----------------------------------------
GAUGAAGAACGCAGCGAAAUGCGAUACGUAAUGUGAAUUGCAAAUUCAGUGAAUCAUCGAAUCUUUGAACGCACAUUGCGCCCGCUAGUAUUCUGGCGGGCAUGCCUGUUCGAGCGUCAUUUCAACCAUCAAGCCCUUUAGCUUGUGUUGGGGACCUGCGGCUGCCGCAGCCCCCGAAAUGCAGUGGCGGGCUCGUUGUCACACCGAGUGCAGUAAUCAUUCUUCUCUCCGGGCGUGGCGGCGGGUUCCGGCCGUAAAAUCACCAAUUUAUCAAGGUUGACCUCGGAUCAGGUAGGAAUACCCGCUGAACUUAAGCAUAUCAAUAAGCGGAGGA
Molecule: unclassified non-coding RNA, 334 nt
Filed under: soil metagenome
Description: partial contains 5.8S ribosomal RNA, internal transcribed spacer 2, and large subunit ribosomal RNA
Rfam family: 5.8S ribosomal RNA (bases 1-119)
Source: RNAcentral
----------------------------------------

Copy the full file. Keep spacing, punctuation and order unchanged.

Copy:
GAUGAAGAACGCAGCGAAAUGCGAUACGUAAUGUGAAUUGCAAAUUCAGUGAAUCAUCGAAUCUUUGAACGCACAUUGCGCCCGCUAGUAUUCUGGCGGGCAUGCCUGUUCGAGCGUCAUUUCAACCAUCAAGCCCUUUAGCUUGUGUUGGGGACCUGCGGCUGCCGCAGCCCCCGAAAUGCAGUGGCGGGCUCGUUGUCACACCGAGUGCAGUAAUCAUUCUUCUCUCCGGGCGUGGCGGCGGGUUCCGGCCGUAAAAUCACCAAUUUAUCAAGGUUGACCUCGGAUCAGGUAGGAAUACCCGCUGAACUUAAGCAUAUCAAUAAGCGGAGGA
Molecule: unclassified non-coding RNA, 334 nt
Filed under: soil metagenome
Description: partial contains 5.8S ribosomal RNA, internal transcribed spacer 2, and large subunit ribosomal RNA
Rfam family: 5.8S ribosomal RNA (bases 1-119)
Source: RNAcentral